National News Roundup: Year 3, Week 34 (September 8–14)
It has been another long week, and increasingly it’s easy to forget there was ever any other kind. Here’s hoping that next week is better than this one, because I’m here to tell you I prefer fewer constitutional crises with my breakfast cereal.
Standard standing reminders apply: I am no journalist, though I play one in your inbox or browser, so I’m only summarizing the news within my area of expertise. This week’s news contains some detailed analysis that’s outside my expertise — I’m a lawyer, not a Judicial Committee member! — but all offroad adventures are marked with an asterisk. Okay, I think that’s about it for the disclaimers. Onward to the news!
Constitutional Crisis Corners:
We’re starting to see more movement on the Russia Investigation, though as with all things we see pushback whenever we see progress. Here’s what I have right now:
- Impeachment Investigation Update.* As predicted at the top of the week, the House Judiciary panel did pass a resolution to officially start its impeachment investigation on Thursday. Needless to say, Nancy Pelosi was not impressed, but the committee is already negotiating Jeff Sessions’ testimony, so that train is pretty clearly leaving the station whether she’s on it or not.
- McCabe is the New Comey. Apparently not satisfied with the Inspector General’s report on James Comey, the Justice Department announced this week that they are authorizing an indictment of Andrew McCabe, because Reasons. Given the overt political connotations of this move, as well as the larger history, we should definitely keep an eye on it.
There was also a fair amount of Disregard of Governing Norms, and some of it is pretty extreme. Here’s what I have for you:
- Kavanaugh Hell Comeback.* After the New York Times released a new piece on Brett Kavanaugh’s history of sexual assault at Yale, his sketchy past regained the public eye — and more to the point, the gaps in the FBI investigation from last summer did too. In light of the new allegations, Trump is saying the DOJ should ‘rescue’ him and Democrats are saying that Kavanaugh should be impeached. It’s honestly kind of an open question what happens next, especially with a Democrat-controlled House.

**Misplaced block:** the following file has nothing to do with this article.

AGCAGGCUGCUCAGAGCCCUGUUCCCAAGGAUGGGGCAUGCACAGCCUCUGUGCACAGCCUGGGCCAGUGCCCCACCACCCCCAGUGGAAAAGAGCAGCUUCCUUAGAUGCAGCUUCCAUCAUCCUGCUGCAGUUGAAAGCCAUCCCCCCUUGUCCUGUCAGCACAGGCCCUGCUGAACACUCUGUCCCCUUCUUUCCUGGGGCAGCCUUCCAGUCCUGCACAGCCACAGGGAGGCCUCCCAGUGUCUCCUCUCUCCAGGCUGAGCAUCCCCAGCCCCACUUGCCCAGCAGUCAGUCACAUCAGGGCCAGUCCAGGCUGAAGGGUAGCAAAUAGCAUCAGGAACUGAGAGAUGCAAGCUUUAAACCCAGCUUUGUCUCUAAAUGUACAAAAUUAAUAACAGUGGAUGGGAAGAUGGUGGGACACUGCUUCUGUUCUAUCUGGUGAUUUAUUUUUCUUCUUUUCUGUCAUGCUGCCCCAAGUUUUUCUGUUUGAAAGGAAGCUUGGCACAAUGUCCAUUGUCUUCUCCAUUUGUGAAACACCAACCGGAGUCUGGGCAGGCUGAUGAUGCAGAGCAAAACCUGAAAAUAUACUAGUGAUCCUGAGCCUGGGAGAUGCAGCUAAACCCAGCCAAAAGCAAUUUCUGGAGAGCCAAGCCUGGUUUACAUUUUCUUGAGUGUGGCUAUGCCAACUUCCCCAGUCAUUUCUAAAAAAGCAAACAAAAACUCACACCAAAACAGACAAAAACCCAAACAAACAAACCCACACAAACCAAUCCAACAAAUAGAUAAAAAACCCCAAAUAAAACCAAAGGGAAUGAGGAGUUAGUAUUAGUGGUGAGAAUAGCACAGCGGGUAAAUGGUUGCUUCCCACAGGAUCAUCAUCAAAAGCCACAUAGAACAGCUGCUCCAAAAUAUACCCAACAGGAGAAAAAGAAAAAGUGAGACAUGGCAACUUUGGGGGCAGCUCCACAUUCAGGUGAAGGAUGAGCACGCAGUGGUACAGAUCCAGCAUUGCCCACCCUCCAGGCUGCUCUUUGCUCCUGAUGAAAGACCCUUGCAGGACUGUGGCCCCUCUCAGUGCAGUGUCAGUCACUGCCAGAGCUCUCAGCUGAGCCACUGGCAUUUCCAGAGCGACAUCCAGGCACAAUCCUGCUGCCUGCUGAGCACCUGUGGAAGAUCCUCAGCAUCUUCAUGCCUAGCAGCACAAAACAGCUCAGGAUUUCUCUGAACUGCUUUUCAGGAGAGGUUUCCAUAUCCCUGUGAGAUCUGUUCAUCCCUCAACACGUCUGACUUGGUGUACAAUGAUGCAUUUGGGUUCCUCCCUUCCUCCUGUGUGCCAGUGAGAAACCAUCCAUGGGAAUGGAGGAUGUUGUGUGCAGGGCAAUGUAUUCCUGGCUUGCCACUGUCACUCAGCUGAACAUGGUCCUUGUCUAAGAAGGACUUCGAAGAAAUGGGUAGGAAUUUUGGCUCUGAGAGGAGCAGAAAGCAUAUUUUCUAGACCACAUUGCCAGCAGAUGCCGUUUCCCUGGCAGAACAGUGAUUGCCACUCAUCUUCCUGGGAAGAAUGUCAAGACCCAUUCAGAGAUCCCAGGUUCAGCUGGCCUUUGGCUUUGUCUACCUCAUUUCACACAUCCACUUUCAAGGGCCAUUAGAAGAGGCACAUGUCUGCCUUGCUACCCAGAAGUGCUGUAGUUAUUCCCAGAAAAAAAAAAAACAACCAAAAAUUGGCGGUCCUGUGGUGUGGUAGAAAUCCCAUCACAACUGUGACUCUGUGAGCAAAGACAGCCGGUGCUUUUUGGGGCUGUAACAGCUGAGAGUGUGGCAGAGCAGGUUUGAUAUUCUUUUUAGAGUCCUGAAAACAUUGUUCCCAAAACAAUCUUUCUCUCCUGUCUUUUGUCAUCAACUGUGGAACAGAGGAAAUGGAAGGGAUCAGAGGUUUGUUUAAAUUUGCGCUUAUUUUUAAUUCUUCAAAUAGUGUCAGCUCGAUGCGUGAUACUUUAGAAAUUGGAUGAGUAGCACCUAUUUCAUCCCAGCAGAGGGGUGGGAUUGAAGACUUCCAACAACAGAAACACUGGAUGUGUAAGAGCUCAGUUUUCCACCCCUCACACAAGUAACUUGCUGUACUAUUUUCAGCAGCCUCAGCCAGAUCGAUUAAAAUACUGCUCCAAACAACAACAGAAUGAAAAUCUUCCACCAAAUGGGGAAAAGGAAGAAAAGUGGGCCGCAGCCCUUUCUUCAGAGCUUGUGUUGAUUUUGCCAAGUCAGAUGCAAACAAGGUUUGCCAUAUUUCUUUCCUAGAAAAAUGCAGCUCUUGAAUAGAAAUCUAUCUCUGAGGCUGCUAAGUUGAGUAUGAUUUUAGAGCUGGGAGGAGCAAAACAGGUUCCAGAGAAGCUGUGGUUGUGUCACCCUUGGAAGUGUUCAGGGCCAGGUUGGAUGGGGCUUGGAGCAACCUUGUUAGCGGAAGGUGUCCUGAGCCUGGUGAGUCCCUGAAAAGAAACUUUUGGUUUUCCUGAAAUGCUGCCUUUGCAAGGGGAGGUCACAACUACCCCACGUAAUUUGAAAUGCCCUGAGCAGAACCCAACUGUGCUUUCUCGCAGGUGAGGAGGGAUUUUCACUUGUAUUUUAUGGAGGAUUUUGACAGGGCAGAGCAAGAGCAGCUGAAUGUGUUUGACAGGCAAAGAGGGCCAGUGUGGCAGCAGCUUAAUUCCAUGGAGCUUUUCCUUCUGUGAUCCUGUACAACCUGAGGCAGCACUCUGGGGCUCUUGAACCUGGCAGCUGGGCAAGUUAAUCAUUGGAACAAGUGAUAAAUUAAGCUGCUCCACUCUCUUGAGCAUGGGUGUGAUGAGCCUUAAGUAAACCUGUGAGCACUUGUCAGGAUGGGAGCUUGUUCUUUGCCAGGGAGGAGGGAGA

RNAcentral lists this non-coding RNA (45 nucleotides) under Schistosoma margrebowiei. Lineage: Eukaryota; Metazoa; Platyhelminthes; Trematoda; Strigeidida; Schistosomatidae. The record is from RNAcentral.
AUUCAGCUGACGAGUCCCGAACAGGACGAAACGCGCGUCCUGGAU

- This Week’s Trump Malfeasance. In a shocking turn of events, Trump was horrifying again this week. First there was more news about his behavior at the G-7 Summit, where he called the Egyptian President “my favorite dictator.” And he also called homeless populations in California “a disgrace to our country,” apparently while considering just razing tent cities as a solution to the problem. For the icing on the rotted cake, he’s also considering monitoring people with mental health issues because something something NRA funding. (And this is where I remind the audience that folks living with mental health issues are far more likely to be victims of violent crime than to perpetrate it — the most reliable marker for gun violence is a history of domestic violence, not mental health issues.)
- Yet More White House Staff Shuffle. One of this week’s weirder stories is Trump tweet-firing national security adviser John Bolton, which Bolton claims happened just after he tried to resign — and neither side is backing down about whose idea it was. At any rate, outlets are also reporting that Trump has been calling former adviser H.R. McMaster and telling him he misses him, so I guess we’ll see if he’s offered the job again.